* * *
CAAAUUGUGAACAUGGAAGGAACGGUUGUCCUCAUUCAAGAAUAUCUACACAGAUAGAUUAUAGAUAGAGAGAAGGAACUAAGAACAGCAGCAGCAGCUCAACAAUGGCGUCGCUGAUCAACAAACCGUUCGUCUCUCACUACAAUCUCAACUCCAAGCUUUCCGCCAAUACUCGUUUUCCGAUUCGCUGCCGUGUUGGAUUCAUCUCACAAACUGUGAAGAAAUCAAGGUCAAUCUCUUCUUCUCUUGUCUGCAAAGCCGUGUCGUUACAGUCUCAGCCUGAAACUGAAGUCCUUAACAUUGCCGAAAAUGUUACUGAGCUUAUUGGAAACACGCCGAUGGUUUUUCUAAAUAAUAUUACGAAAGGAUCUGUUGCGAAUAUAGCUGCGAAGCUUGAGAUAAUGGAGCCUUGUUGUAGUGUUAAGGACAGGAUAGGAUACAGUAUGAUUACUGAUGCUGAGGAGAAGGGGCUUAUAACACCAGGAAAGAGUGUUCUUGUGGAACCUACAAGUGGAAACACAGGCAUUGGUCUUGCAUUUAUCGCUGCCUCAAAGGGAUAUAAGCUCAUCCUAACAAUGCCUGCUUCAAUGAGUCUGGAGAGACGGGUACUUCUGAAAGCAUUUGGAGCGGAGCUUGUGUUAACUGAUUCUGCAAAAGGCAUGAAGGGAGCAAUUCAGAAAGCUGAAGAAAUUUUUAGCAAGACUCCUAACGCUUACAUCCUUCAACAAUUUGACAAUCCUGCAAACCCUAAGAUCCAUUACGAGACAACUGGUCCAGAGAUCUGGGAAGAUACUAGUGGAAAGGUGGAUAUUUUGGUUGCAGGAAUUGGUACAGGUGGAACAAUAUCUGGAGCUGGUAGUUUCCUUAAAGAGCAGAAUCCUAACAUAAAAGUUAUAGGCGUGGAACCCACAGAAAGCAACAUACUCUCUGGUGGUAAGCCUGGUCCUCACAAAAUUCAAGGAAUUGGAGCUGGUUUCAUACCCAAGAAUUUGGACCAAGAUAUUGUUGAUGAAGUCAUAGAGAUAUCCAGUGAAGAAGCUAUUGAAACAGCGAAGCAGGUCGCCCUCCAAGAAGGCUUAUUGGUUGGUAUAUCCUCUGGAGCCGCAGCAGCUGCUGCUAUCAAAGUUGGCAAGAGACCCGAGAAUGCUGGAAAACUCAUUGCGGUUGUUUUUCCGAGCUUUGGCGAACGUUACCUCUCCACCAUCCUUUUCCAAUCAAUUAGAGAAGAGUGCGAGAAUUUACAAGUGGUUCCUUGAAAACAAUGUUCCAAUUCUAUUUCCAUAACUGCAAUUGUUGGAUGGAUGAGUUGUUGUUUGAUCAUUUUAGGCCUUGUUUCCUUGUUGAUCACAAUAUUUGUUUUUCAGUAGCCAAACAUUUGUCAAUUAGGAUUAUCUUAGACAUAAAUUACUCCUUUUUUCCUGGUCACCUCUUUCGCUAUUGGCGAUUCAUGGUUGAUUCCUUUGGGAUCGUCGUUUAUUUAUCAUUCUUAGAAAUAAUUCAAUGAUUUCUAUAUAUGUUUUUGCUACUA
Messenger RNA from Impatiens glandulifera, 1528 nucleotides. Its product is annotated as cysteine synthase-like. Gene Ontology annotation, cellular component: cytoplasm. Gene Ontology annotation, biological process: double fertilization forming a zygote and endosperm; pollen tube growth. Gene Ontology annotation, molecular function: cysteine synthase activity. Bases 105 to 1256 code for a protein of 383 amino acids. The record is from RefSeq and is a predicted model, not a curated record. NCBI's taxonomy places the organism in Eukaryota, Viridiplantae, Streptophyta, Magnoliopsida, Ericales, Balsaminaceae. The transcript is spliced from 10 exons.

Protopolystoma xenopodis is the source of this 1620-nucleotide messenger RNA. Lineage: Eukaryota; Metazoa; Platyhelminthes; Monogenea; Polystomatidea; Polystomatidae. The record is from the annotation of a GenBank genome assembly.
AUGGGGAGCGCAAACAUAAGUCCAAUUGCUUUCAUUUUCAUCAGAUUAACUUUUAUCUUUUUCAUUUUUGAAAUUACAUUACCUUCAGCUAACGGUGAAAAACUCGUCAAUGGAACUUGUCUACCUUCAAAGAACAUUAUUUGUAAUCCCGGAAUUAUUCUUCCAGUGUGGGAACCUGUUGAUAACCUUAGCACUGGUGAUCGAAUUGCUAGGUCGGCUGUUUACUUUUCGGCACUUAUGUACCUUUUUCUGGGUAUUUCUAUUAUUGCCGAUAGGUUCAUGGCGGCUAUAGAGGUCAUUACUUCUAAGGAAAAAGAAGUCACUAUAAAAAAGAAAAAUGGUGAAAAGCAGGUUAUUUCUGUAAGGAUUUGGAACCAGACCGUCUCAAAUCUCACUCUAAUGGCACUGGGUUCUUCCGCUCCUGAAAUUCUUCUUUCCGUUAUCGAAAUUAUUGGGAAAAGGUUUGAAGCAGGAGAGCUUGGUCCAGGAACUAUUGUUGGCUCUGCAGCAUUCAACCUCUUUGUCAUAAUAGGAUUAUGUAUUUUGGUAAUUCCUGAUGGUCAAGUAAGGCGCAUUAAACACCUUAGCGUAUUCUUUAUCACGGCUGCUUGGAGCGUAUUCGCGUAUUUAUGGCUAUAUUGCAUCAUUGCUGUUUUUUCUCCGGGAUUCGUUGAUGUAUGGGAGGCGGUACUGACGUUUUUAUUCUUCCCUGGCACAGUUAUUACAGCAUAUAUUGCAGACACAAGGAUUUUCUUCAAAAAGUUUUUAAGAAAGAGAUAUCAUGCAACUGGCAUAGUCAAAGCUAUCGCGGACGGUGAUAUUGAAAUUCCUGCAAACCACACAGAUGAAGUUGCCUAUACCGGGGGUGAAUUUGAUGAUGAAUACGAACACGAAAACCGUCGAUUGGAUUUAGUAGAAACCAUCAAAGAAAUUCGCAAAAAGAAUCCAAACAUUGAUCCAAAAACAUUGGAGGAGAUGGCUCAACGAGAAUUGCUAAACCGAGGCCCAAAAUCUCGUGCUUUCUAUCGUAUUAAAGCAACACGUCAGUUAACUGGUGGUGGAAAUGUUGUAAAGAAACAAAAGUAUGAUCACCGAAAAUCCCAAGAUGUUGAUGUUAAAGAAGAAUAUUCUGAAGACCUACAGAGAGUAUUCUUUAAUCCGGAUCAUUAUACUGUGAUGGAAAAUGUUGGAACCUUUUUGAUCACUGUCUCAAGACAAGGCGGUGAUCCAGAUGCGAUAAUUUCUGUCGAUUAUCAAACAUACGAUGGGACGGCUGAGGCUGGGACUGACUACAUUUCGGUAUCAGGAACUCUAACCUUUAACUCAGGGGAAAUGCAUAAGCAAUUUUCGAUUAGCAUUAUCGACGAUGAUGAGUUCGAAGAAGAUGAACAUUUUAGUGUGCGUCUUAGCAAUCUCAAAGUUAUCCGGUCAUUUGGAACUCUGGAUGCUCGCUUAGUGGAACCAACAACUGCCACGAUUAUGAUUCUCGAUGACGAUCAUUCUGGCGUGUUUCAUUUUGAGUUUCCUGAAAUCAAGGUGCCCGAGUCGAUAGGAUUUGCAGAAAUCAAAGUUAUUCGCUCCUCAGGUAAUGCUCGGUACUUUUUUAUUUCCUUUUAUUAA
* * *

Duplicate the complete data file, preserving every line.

CAAAUUGUGAACAUGGAAGGAACGGUUGUCCUCAUUCAAGAAUAUCUACACAGAUAGAUUAUAGAUAGAGAGAAGGAACUAAGAACAGCAGCAGCAGCUCAACAAUGGCGUCGCUGAUCAACAAACCGUUCGUCUCUCACUACAAUCUCAACUCCAAGCUUUCCGCCAAUACUCGUUUUCCGAUUCGCUGCCGUGUUGGAUUCAUCUCACAAACUGUGAAGAAAUCAAGGUCAAUCUCUUCUUCUCUUGUCUGCAAAGCCGUGUCGUUACAGUCUCAGCCUGAAACUGAAGUCCUUAACAUUGCCGAAAAUGUUACUGAGCUUAUUGGAAACACGCCGAUGGUUUUUCUAAAUAAUAUUACGAAAGGAUCUGUUGCGAAUAUAGCUGCGAAGCUUGAGAUAAUGGAGCCUUGUUGUAGUGUUAAGGACAGGAUAGGAUACAGUAUGAUUACUGAUGCUGAGGAGAAGGGGCUUAUAACACCAGGAAAGAGUGUUCUUGUGGAACCUACAAGUGGAAACACAGGCAUUGGUCUUGCAUUUAUCGCUGCCUCAAAGGGAUAUAAGCUCAUCCUAACAAUGCCUGCUUCAAUGAGUCUGGAGAGACGGGUACUUCUGAAAGCAUUUGGAGCGGAGCUUGUGUUAACUGAUUCUGCAAAAGGCAUGAAGGGAGCAAUUCAGAAAGCUGAAGAAAUUUUUAGCAAGACUCCUAACGCUUACAUCCUUCAACAAUUUGACAAUCCUGCAAACCCUAAGAUCCAUUACGAGACAACUGGUCCAGAGAUCUGGGAAGAUACUAGUGGAAAGGUGGAUAUUUUGGUUGCAGGAAUUGGUACAGGUGGAACAAUAUCUGGAGCUGGUAGUUUCCUUAAAGAGCAGAAUCCUAACAUAAAAGUUAUAGGCGUGGAACCCACAGAAAGCAACAUACUCUCUGGUGGUAAGCCUGGUCCUCACAAAAUUCAAGGAAUUGGAGCUGGUUUCAUACCCAAGAAUUUGGACCAAGAUAUUGUUGAUGAAGUCAUAGAGAUAUCCAGUGAAGAAGCUAUUGAAACAGCGAAGCAGGUCGCCCUCCAAGAAGGCUUAUUGGUUGGUAUAUCCUCUGGAGCCGCAGCAGCUGCUGCUAUCAAAGUUGGCAAGAGACCCGAGAAUGCUGGAAAACUCAUUGCGGUUGUUUUUCCGAGCUUUGGCGAACGUUACCUCUCCACCAUCCUUUUCCAAUCAAUUAGAGAAGAGUGCGAGAAUUUACAAGUGGUUCCUUGAAAACAAUGUUCCAAUUCUAUUUCCAUAACUGCAAUUGUUGGAUGGAUGAGUUGUUGUUUGAUCAUUUUAGGCCUUGUUUCCUUGUUGAUCACAAUAUUUGUUUUUCAGUAGCCAAACAUUUGUCAAUUAGGAUUAUCUUAGACAUAAAUUACUCCUUUUUUCCUGGUCACCUCUUUCGCUAUUGGCGAUUCAUGGUUGAUUCCUUUGGGAUCGUCGUUUAUUUAUCAUUCUUAGAAAUAAUUCAAUGAUUUCUAUAUAUGUUUUUGCUACUA
Messenger RNA from Impatiens glandulifera, 1528 nucleotides. Its product is annotated as cysteine synthase-like. Gene Ontology annotation, cellular component: cytoplasm. Gene Ontology annotation, biological process: double fertilization forming a zygote and endosperm; pollen tube growth. Gene Ontology annotation, molecular function: cysteine synthase activity. Bases 105 to 1256 code for a protein of 383 amino acids. The record is from RefSeq and is a predicted model, not a curated record. NCBI's taxonomy places the organism in Eukaryota, Viridiplantae, Streptophyta, Magnoliopsida, Ericales, Balsaminaceae. The transcript is spliced from 10 exons.

Protopolystoma xenopodis is the source of this 1620-nucleotide messenger RNA. Lineage: Eukaryota; Metazoa; Platyhelminthes; Monogenea; Polystomatidea; Polystomatidae. The record is from the annotation of a GenBank genome assembly.
AUGGGGAGCGCAAACAUAAGUCCAAUUGCUUUCAUUUUCAUCAGAUUAACUUUUAUCUUUUUCAUUUUUGAAAUUACAUUACCUUCAGCUAACGGUGAAAAACUCGUCAAUGGAACUUGUCUACCUUCAAAGAACAUUAUUUGUAAUCCCGGAAUUAUUCUUCCAGUGUGGGAACCUGUUGAUAACCUUAGCACUGGUGAUCGAAUUGCUAGGUCGGCUGUUUACUUUUCGGCACUUAUGUACCUUUUUCUGGGUAUUUCUAUUAUUGCCGAUAGGUUCAUGGCGGCUAUAGAGGUCAUUACUUCUAAGGAAAAAGAAGUCACUAUAAAAAAGAAAAAUGGUGAAAAGCAGGUUAUUUCUGUAAGGAUUUGGAACCAGACCGUCUCAAAUCUCACUCUAAUGGCACUGGGUUCUUCCGCUCCUGAAAUUCUUCUUUCCGUUAUCGAAAUUAUUGGGAAAAGGUUUGAAGCAGGAGAGCUUGGUCCAGGAACUAUUGUUGGCUCUGCAGCAUUCAACCUCUUUGUCAUAAUAGGAUUAUGUAUUUUGGUAAUUCCUGAUGGUCAAGUAAGGCGCAUUAAACACCUUAGCGUAUUCUUUAUCACGGCUGCUUGGAGCGUAUUCGCGUAUUUAUGGCUAUAUUGCAUCAUUGCUGUUUUUUCUCCGGGAUUCGUUGAUGUAUGGGAGGCGGUACUGACGUUUUUAUUCUUCCCUGGCACAGUUAUUACAGCAUAUAUUGCAGACACAAGGAUUUUCUUCAAAAAGUUUUUAAGAAAGAGAUAUCAUGCAACUGGCAUAGUCAAAGCUAUCGCGGACGGUGAUAUUGAAAUUCCUGCAAACCACACAGAUGAAGUUGCCUAUACCGGGGGUGAAUUUGAUGAUGAAUACGAACACGAAAACCGUCGAUUGGAUUUAGUAGAAACCAUCAAAGAAAUUCGCAAAAAGAAUCCAAACAUUGAUCCAAAAACAUUGGAGGAGAUGGCUCAACGAGAAUUGCUAAACCGAGGCCCAAAAUCUCGUGCUUUCUAUCGUAUUAAAGCAACACGUCAGUUAACUGGUGGUGGAAAUGUUGUAAAGAAACAAAAGUAUGAUCACCGAAAAUCCCAAGAUGUUGAUGUUAAAGAAGAAUAUUCUGAAGACCUACAGAGAGUAUUCUUUAAUCCGGAUCAUUAUACUGUGAUGGAAAAUGUUGGAACCUUUUUGAUCACUGUCUCAAGACAAGGCGGUGAUCCAGAUGCGAUAAUUUCUGUCGAUUAUCAAACAUACGAUGGGACGGCUGAGGCUGGGACUGACUACAUUUCGGUAUCAGGAACUCUAACCUUUAACUCAGGGGAAAUGCAUAAGCAAUUUUCGAUUAGCAUUAUCGACGAUGAUGAGUUCGAAGAAGAUGAACAUUUUAGUGUGCGUCUUAGCAAUCUCAAAGUUAUCCGGUCAUUUGGAACUCUGGAUGCUCGCUUAGUGGAACCAACAACUGCCACGAUUAUGAUUCUCGAUGACGAUCAUUCUGGCGUGUUUCAUUUUGAGUUUCCUGAAAUCAAGGUGCCCGAGUCGAUAGGAUUUGCAGAAAUCAAAGUUAUUCGCUCCUCAGGUAAUGCUCGGUACUUUUUUAUUUCCUUUUAUUAA